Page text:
Abstract

The transformation of calaverite to gold under hydrothermal conditions was studied experimentally by probing the effects of temperature (140 to 220 °C), pH (2–12), oxidant concentration, geometric specific surface area, and solid-weight to fluid-volume ratio on the sample textures and the reaction kinetics. Under all of the experimental conditions explored, calaverite transformed to various extents to metallic gold. The replacement is pseudomorphic, as gold preserves the external dimensions of calaverite. The resulting elemental gold is porous; consisting of filament-shaped aggregates with diameters ranging from 200 to 500 nm and lengths up to 25 μm. Gold crystals appear to be randomly oriented with respect to the twinned calaverite grains.

The transformation proceeds via a coupled calaverite dissolution–gold precipitation mechanism, with calaverite dissolution being rate-limiting relative to gold precipitation. Tellurium is lost to the bulk solution as Te(IV) complexes, and may further precipitate away from the dissolution site (e.g., autoclave walls) as TeO2(s). In contrast, gold precipitates locally near the calaverite dissolution site. Such local gold precipitation is facilitated by fast heterogeneous nucleation onto the calaverite surface. The dissolution of calaverite and the overall reaction are oxidation reactions, and oxygen diffusion through the porous metallic gold layer probably plays an important role in sustaining the reaction.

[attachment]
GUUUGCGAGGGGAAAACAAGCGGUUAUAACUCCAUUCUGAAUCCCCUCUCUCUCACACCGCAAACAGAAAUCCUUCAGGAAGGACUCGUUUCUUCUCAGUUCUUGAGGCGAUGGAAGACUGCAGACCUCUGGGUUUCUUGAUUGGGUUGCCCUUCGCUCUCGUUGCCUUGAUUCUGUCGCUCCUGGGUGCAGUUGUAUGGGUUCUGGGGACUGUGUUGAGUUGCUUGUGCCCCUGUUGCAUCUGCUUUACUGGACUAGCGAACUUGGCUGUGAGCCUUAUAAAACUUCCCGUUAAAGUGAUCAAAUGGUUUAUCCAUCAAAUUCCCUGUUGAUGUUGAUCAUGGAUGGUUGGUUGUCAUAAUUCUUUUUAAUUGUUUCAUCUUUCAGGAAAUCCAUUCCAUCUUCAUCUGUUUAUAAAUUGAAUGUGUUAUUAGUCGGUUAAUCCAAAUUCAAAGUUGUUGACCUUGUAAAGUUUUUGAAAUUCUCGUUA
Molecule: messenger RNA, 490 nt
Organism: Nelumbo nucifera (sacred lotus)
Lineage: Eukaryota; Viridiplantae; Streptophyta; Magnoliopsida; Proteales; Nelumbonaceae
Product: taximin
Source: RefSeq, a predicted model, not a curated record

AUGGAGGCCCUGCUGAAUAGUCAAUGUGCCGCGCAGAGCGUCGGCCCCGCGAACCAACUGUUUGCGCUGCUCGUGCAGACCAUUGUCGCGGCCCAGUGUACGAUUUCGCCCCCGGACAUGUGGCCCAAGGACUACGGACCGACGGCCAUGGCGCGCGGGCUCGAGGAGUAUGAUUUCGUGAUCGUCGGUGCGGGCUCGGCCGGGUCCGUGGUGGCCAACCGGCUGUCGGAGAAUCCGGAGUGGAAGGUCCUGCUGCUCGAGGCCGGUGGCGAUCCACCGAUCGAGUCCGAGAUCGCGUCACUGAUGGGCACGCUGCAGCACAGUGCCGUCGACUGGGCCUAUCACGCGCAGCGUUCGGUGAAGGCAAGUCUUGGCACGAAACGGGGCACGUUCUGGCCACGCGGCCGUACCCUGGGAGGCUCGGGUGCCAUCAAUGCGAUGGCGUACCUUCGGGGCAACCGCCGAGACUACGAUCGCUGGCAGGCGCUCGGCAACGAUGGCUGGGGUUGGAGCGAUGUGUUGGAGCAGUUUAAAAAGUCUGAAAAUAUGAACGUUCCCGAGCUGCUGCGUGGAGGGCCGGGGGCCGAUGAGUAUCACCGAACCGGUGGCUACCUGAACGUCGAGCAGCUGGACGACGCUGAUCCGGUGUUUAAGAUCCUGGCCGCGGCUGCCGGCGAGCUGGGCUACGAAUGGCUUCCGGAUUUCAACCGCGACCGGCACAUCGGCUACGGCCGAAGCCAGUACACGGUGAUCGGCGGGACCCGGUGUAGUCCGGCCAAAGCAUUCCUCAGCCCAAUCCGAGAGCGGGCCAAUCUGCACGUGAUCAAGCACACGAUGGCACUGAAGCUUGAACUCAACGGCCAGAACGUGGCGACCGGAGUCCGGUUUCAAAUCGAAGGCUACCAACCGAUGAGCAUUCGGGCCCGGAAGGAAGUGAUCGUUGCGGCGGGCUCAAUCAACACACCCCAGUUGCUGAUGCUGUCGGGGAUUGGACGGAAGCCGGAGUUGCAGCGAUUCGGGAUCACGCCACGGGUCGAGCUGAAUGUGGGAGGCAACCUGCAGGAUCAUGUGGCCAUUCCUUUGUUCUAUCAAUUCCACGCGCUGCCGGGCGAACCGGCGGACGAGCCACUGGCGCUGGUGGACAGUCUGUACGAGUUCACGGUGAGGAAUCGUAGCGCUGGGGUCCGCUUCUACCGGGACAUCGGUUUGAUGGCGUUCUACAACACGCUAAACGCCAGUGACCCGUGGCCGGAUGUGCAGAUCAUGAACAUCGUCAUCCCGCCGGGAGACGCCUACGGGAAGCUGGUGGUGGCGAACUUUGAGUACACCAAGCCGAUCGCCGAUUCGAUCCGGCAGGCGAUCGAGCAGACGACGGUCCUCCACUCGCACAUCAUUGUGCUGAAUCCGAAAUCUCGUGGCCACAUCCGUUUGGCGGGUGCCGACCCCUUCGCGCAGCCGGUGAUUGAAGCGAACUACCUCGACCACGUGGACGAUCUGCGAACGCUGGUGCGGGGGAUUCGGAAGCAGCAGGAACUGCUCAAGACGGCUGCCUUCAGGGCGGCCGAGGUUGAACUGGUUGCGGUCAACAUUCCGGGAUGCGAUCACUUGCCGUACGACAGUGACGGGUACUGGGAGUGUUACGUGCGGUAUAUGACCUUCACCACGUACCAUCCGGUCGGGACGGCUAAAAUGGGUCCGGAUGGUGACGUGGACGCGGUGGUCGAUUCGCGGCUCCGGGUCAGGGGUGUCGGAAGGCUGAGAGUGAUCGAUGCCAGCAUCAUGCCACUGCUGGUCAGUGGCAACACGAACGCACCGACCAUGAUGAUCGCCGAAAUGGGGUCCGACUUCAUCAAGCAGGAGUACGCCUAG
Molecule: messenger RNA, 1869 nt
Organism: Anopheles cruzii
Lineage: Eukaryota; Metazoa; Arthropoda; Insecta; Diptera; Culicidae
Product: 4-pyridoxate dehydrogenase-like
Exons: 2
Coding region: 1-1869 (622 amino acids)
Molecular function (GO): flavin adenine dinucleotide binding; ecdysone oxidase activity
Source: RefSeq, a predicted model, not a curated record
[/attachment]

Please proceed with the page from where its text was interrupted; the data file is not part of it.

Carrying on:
A similar dissolution-reprecipitation process may be responsible for the formation of mustard gold during the weathering of gold-telluride ores. At 220 °C, solid-state replacement of calaverite by gold is slow (months), but calaverite grains ~100 μm in size are fully replaced in <24 h under hydrothermal conditions, providing a possible alternative to roasting as a pre-treatment of telluride-rich gold ores.

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